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Intelligent Presence SimulatorHowever effective a domestic alarm system may be, it’s invariably better if it never goes off, and the best way to ensure this is to make potential burglars think the premises are occupied. Indeed, unless you own old masters or objects of great value likely to attract ‘professional’ burglars, it has to be acknowledged that the majority of burglaries are committed by ‘petty’ thieves who are going to be looking more than anything else for simplicity and will prefer to break into homes whose occupants are away.
Rather than simply not going on holiday – which is also one solution to the problem (!) – we’re going to suggest building this intelligent presence simulator which ought to put potential burglars off, even if your home is subjected to close scrutiny. Like all its counterparts, the proposed circuit turns one or more lights on and off when the ambient light falls, but while many devices are content to generate fixed timings, this one works using randomly variable durations.
So while other devices are very soon caught out simply by daily observation (often from a car) because of their too-perfect regularity, this one is much more credible due to the fact that its operating times are irregular. The circuit is very simple, as we have employed a microcontroller – a ‘little’ 12C508 from Microchip, which is more than adequate for such an application. It is mains powered and uses rudimentary voltage regulation by a zener diode.
A relay is used to control the light(s); though this is less elegant than a triac solution, it does avoid any interference from the mains reaching the microcontroller, for example, during thunderstorms. We mustn’t forget this project needs to work very reliably during our absence, whatever happens. The ambient light level is measured by a conventional LDR (light dependent resistor), and the lighting switching threshold is adjustable via P1 to suit the characteristics and positioning of the LDR.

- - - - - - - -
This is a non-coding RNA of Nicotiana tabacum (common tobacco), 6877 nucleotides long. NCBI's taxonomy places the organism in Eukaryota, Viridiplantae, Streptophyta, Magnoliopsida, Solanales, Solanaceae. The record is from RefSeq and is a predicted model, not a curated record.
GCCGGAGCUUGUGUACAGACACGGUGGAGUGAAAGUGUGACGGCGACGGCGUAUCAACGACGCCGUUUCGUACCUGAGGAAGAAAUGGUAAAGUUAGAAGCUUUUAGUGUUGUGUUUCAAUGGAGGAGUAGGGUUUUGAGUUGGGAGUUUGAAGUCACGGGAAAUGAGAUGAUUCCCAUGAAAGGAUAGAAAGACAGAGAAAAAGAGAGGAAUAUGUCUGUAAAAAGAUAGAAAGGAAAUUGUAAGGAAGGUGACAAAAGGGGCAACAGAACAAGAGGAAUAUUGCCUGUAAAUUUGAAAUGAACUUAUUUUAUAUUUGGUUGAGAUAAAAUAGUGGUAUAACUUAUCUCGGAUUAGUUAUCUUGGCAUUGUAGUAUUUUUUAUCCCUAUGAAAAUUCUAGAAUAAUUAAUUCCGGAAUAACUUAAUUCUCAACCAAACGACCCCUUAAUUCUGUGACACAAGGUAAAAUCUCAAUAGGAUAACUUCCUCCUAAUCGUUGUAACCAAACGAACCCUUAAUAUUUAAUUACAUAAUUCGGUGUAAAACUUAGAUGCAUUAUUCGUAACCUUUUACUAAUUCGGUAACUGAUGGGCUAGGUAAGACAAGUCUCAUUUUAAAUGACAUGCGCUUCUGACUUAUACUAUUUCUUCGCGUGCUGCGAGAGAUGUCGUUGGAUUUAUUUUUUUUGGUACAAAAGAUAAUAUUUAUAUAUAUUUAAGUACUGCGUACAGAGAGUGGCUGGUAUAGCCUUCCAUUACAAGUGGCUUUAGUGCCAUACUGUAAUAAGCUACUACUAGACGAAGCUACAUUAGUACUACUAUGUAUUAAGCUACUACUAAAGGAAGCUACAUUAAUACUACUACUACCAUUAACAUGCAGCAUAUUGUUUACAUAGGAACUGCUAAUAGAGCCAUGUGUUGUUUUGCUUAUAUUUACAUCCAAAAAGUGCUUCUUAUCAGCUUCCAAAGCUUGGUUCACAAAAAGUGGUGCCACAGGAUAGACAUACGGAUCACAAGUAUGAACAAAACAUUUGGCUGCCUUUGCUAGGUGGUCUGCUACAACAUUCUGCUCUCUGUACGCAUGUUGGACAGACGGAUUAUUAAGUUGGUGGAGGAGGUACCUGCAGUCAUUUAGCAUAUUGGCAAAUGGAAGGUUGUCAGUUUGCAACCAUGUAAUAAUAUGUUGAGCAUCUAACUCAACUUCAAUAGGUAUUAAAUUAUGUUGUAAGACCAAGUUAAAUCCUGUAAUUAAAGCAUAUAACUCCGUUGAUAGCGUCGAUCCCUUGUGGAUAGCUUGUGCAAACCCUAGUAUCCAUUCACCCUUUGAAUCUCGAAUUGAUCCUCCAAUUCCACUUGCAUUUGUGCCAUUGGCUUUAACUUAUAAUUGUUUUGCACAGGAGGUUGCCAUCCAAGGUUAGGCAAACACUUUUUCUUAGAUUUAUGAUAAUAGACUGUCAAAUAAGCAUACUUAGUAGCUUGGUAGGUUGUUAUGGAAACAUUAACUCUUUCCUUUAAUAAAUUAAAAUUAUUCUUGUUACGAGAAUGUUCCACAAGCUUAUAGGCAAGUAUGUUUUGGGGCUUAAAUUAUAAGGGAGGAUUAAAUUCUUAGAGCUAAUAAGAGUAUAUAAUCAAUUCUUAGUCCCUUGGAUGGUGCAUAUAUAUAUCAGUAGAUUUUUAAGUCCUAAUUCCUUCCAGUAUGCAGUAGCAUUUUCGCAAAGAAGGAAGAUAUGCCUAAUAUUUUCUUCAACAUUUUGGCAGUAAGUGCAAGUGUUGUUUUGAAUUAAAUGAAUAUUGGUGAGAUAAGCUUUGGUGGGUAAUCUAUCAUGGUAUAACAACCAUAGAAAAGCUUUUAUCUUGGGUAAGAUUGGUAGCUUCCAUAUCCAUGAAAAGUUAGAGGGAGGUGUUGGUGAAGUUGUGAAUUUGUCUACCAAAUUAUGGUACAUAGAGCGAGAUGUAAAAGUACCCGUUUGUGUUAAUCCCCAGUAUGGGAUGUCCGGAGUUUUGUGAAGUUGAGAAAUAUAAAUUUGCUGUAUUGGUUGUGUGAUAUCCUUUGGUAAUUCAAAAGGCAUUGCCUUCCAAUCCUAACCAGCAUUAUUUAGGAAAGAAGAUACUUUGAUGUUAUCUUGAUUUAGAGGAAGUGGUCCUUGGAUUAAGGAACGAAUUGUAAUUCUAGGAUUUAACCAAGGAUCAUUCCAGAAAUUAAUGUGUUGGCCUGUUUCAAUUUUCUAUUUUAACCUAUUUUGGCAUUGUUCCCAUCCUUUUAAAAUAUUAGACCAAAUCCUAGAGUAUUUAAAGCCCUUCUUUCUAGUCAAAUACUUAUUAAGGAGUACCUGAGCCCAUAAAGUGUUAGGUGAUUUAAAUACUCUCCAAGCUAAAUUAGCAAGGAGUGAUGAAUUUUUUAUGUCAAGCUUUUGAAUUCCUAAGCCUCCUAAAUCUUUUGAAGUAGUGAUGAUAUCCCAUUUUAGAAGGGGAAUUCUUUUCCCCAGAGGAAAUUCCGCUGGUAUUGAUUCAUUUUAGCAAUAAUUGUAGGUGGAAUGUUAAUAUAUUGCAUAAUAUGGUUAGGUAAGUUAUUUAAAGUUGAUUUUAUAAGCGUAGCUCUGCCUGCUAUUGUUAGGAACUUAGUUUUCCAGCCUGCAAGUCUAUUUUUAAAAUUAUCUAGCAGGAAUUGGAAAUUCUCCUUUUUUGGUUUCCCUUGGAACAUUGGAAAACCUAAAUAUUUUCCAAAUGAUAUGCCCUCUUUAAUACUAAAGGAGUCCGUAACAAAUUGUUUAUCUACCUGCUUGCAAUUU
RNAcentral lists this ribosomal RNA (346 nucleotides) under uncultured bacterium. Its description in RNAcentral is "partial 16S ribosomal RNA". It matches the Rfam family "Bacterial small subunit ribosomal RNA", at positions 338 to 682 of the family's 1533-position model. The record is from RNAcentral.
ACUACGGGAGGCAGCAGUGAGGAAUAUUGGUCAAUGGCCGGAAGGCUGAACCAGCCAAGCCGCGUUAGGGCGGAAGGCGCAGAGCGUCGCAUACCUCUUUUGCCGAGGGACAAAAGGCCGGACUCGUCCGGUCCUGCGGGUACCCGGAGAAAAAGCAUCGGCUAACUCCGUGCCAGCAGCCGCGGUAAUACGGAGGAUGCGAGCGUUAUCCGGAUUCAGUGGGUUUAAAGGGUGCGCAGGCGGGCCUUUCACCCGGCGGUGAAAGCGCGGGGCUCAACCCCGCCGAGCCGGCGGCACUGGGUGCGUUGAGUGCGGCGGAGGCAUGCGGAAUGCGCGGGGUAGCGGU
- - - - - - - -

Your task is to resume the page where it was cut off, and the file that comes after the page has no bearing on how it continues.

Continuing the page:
Note that input GP4 of the PIC12C508 is not analogue, but its logic switching threshold is very suitable for this kind of use. The LED connected to GP1 indicates the circuit’s operating mode, selected by grounding or not of GP2 or GP3 via override switch S1. So there are three possible states: permanently off, permanently on, and automatic mode, which is the one normally used. Given the software programmed into the 12C508 (‘firmware’) and the need to generate very long delays so as to arrive at lighting times or an hour or more, it has been necessary to make the MCU operate at a vastly reduced clock frequency.
In that case, a crystal-controlled clock is no longer suitable, so the R-C network R5/C3 is used instead. For sure, such a clock source is less stable than a crystal, but then in an application like this, that may well be what we’re after as a degree of randomness is a design target instead of a disadvantage. Our suggested PCB shown here takes all the components for this project except of course for S1, S2, and the LDR, which will need to be positioned on the front panel of the case in order to sense the ambient light intensity.
The PCB has been designed for a Finder relay capable of switching 10 A, which ought to prove adequate for lighting your home, unless you live in a replica of the Palace of Versailles. The program to be loaded into the 12C508 is available for free download from the Elektor website as file number 080231-11.zip or from the author’s own website: www.tavernier-c.com. On completion of the solder work the circuit should work immediately and can be checked by switching to manual mode.
The relay should be released in the ‘off’ position and energized in the ‘on’ position. Then all that remains is to adjust the day/night threshold by adjusting potentiometer P1. To do this, you can either use a lot of patience, or else use a voltmeter – digital or analogue, but the latter will need to be electronic so as to be high impedance – connected between GP4 and ground. When the light level below which you want the lighting to be allowed to come on is reached, adjust P1 to read approximately 1.4 V on the voltmeter.
If this value cannot be achieved, owing to the characteristics of your LDR, reduce or increase R8 if necessary to achieve it (LDRs are known to have rather wide production tolerances). Equipped with this inexpensive accessory, your home of course hasn’t become an impregnable fortress, but at least it ought to appear less attractive to burglars than houses that are plunged into darkness for long periods of time, especially in the middle of summer. (www.tavernier-c.com)
R1 = 1k 500mW
R2 = 4k7
R3 = 560R
R4,R6 = 10k
R5 = 7k5
R 7 = LDR
R8 = 470k to 1 M
P1 = 470k potentiometer
C1 = 470µF 25V
C2 = 10µF 25V
C3 = 1nF5
C4 = 10nF
D1,D2 = 1N4004
D3 = diode zener 4V7 400 mW
LED1 = LED, red
D4 = 1N4148
T1 = BC547
IC1 = PIC12C508, programmed, see Downloads
RE1 = relay, 10A contact
S1 = 1-pole 3-way rotary switch
F1 = fuse 100 mA
TR1 = Mains transformer 2x9 V, 1.2 -3 VA
4 PCB terminal blocks, 5 mm lead pitch
5 solder pins
The PCB layout can be downloaded free from our website www.elektor.com; file # 080231-1.
The source code and .hex files for this project are available free on www.elektor.com; file # 080231-11.zip.